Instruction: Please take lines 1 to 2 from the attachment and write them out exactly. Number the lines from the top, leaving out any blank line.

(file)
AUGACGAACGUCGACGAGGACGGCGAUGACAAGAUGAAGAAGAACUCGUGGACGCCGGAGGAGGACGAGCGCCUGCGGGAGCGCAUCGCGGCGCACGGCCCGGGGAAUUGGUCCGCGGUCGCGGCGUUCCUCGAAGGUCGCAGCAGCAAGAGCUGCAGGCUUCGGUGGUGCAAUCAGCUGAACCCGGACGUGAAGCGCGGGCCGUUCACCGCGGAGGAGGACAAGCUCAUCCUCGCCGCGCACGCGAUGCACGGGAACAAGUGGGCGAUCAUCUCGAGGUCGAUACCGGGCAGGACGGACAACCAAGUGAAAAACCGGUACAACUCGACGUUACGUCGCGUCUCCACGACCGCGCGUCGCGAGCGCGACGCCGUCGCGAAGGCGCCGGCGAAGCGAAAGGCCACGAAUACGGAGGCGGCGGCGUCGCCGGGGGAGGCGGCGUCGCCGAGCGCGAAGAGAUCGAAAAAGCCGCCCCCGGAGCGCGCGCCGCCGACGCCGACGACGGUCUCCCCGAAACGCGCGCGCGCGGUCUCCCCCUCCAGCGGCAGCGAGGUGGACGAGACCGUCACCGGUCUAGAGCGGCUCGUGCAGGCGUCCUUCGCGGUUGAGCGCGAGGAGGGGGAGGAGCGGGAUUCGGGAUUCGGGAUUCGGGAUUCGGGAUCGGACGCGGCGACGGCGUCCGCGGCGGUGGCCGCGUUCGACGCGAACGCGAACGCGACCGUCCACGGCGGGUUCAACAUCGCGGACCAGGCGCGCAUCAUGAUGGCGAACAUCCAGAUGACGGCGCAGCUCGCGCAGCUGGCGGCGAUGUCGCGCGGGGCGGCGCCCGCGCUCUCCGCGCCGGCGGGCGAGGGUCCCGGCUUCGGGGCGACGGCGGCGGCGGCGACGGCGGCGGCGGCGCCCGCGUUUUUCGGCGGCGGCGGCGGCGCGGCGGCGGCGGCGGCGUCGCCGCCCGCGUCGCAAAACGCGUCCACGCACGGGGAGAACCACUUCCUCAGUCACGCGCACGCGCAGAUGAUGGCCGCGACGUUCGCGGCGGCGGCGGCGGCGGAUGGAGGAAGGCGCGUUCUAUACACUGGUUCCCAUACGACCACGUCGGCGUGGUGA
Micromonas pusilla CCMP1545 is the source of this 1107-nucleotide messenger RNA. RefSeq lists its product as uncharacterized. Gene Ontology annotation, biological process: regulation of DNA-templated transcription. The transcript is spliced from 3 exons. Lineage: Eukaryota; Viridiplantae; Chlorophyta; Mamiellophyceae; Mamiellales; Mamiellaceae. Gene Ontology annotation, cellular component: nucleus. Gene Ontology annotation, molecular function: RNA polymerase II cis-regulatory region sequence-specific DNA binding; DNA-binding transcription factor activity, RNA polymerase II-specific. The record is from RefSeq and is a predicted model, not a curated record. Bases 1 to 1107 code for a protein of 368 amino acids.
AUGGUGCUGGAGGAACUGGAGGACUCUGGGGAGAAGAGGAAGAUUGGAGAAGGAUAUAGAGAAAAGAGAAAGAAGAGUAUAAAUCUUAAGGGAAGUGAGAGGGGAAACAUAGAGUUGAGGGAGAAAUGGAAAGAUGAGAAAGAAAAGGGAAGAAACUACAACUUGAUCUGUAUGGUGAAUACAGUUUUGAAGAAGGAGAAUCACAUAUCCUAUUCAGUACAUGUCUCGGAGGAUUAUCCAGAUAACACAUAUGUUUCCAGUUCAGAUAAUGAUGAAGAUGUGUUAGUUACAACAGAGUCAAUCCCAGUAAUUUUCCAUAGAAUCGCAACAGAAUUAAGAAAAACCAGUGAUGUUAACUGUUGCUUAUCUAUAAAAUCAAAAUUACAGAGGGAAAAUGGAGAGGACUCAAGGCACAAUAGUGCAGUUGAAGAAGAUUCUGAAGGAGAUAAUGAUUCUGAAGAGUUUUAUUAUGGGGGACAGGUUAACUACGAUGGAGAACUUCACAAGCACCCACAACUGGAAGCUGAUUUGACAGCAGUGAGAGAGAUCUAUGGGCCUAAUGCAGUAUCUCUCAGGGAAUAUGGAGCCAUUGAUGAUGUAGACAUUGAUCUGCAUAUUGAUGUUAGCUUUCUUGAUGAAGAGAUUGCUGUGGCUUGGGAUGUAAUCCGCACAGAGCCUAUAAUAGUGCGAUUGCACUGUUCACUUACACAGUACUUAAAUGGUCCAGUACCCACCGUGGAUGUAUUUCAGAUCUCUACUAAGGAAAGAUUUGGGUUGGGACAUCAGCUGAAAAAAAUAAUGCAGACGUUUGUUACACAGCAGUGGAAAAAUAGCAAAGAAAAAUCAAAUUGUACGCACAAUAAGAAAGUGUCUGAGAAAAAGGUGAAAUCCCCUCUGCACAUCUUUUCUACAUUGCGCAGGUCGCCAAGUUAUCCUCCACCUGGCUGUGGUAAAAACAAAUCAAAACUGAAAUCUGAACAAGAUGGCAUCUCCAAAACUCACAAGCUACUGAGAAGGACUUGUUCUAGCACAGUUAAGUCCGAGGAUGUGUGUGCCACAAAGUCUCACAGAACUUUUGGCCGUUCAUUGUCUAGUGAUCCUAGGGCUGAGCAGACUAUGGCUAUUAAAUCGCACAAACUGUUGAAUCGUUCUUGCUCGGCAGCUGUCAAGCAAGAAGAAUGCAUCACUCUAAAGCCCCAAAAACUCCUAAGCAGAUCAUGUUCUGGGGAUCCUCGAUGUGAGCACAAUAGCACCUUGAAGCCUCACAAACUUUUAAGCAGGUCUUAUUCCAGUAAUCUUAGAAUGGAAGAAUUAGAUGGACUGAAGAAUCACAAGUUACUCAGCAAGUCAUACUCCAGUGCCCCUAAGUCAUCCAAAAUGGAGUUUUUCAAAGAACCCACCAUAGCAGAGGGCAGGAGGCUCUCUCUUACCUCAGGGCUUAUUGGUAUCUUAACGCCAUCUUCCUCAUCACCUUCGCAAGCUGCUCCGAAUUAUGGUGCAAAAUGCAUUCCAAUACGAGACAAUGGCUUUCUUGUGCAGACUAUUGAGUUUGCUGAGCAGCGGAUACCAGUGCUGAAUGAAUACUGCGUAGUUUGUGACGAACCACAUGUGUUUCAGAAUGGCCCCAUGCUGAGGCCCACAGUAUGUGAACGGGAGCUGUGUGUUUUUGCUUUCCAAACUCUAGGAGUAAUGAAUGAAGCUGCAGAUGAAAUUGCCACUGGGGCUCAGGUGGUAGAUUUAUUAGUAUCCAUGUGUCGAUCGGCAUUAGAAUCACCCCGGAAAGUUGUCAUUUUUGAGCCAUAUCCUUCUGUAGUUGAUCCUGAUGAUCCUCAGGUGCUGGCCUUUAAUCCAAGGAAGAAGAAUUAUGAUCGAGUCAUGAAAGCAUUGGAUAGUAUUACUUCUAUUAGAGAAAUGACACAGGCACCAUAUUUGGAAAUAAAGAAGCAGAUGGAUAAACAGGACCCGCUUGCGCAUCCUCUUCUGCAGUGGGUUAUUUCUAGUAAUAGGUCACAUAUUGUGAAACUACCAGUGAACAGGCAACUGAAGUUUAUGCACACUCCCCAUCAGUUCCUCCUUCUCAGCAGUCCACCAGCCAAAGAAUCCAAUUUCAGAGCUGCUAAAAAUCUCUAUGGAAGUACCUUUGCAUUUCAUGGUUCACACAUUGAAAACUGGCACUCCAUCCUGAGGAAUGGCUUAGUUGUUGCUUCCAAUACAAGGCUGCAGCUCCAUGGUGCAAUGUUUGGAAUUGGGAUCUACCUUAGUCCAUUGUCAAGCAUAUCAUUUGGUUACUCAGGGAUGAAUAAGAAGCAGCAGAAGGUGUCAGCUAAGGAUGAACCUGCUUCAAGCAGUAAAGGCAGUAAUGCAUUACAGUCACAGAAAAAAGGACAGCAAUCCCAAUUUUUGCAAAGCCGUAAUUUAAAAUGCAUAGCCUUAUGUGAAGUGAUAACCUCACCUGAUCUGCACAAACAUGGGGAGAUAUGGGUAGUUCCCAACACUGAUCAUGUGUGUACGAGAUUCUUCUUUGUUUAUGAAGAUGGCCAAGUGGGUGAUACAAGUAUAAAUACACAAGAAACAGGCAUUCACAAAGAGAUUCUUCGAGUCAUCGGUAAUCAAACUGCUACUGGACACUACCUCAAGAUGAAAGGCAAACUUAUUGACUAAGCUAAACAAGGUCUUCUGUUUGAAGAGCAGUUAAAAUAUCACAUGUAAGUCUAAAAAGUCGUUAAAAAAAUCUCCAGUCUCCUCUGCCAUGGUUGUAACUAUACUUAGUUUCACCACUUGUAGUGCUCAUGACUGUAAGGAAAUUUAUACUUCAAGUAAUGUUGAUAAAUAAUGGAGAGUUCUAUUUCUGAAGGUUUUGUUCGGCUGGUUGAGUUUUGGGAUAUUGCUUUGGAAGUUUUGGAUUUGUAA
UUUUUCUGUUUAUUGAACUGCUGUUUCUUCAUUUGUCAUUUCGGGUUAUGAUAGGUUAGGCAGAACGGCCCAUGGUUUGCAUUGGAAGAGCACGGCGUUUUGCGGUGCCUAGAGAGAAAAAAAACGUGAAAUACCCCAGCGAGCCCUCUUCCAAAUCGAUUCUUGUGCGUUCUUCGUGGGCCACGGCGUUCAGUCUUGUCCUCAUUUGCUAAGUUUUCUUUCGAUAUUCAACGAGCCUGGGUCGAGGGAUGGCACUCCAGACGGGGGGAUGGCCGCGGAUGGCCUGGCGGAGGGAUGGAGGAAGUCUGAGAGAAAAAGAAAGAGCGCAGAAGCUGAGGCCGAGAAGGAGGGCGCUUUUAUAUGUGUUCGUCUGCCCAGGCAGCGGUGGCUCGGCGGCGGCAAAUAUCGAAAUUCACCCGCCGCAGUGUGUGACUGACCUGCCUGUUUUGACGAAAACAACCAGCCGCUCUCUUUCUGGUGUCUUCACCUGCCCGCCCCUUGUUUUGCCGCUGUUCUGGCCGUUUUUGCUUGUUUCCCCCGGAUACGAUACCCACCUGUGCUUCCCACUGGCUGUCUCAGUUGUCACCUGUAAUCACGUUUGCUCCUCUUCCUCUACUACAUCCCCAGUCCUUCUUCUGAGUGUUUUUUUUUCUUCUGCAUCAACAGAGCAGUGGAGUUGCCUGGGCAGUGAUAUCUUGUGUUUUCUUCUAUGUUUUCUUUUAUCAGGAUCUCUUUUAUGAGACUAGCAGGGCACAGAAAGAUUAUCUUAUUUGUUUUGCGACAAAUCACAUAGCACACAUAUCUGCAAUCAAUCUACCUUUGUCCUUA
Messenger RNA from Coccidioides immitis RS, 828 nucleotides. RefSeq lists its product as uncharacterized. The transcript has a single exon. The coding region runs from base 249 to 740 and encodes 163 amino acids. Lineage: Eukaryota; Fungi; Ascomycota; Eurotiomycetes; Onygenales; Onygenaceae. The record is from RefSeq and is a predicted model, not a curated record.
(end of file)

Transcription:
AUGACGAACGUCGACGAGGACGGCGAUGACAAGAUGAAGAAGAACUCGUGGACGCCGGAGGAGGACGAGCGCCUGCGGGAGCGCAUCGCGGCGCACGGCCCGGGGAAUUGGUCCGCGGUCGCGGCGUUCCUCGAAGGUCGCAGCAGCAAGAGCUGCAGGCUUCGGUGGUGCAAUCAGCUGAACCCGGACGUGAAGCGCGGGCCGUUCACCGCGGAGGAGGACAAGCUCAUCCUCGCCGCGCACGCGAUGCACGGGAACAAGUGGGCGAUCAUCUCGAGGUCGAUACCGGGCAGGACGGACAACCAAGUGAAAAACCGGUACAACUCGACGUUACGUCGCGUCUCCACGACCGCGCGUCGCGAGCGCGACGCCGUCGCGAAGGCGCCGGCGAAGCGAAAGGCCACGAAUACGGAGGCGGCGGCGUCGCCGGGGGAGGCGGCGUCGCCGAGCGCGAAGAGAUCGAAAAAGCCGCCCCCGGAGCGCGCGCCGCCGACGCCGACGACGGUCUCCCCGAAACGCGCGCGCGCGGUCUCCCCCUCCAGCGGCAGCGAGGUGGACGAGACCGUCACCGGUCUAGAGCGGCUCGUGCAGGCGUCCUUCGCGGUUGAGCGCGAGGAGGGGGAGGAGCGGGAUUCGGGAUUCGGGAUUCGGGAUUCGGGAUCGGACGCGGCGACGGCGUCCGCGGCGGUGGCCGCGUUCGACGCGAACGCGAACGCGACCGUCCACGGCGGGUUCAACAUCGCGGACCAGGCGCGCAUCAUGAUGGCGAACAUCCAGAUGACGGCGCAGCUCGCGCAGCUGGCGGCGAUGUCGCGCGGGGCGGCGCCCGCGCUCUCCGCGCCGGCGGGCGAGGGUCCCGGCUUCGGGGCGACGGCGGCGGCGGCGACGGCGGCGGCGGCGCCCGCGUUUUUCGGCGGCGGCGGCGGCGCGGCGGCGGCGGCGGCGUCGCCGCCCGCGUCGCAAAACGCGUCCACGCACGGGGAGAACCACUUCCUCAGUCACGCGCACGCGCAGAUGAUGGCCGCGACGUUCGCGGCGGCGGCGGCGGCGGAUGGAGGAAGGCGCGUUCUAUACACUGGUUCCCAUACGACCACGUCGGCGUGGUGA
Micromonas pusilla CCMP1545 is the source of this 1107-nucleotide messenger RNA. RefSeq lists its product as uncharacterized. Gene Ontology annotation, biological process: regulation of DNA-templated transcription. The transcript is spliced from 3 exons. Lineage: Eukaryota; Viridiplantae; Chlorophyta; Mamiellophyceae; Mamiellales; Mamiellaceae. Gene Ontology annotation, cellular component: nucleus. Gene Ontology annotation, molecular function: RNA polymerase II cis-regulatory region sequence-specific DNA binding; DNA-binding transcription factor activity, RNA polymerase II-specific. The record is from RefSeq and is a predicted model, not a curated record. Bases 1 to 1107 code for a protein of 368 amino acids.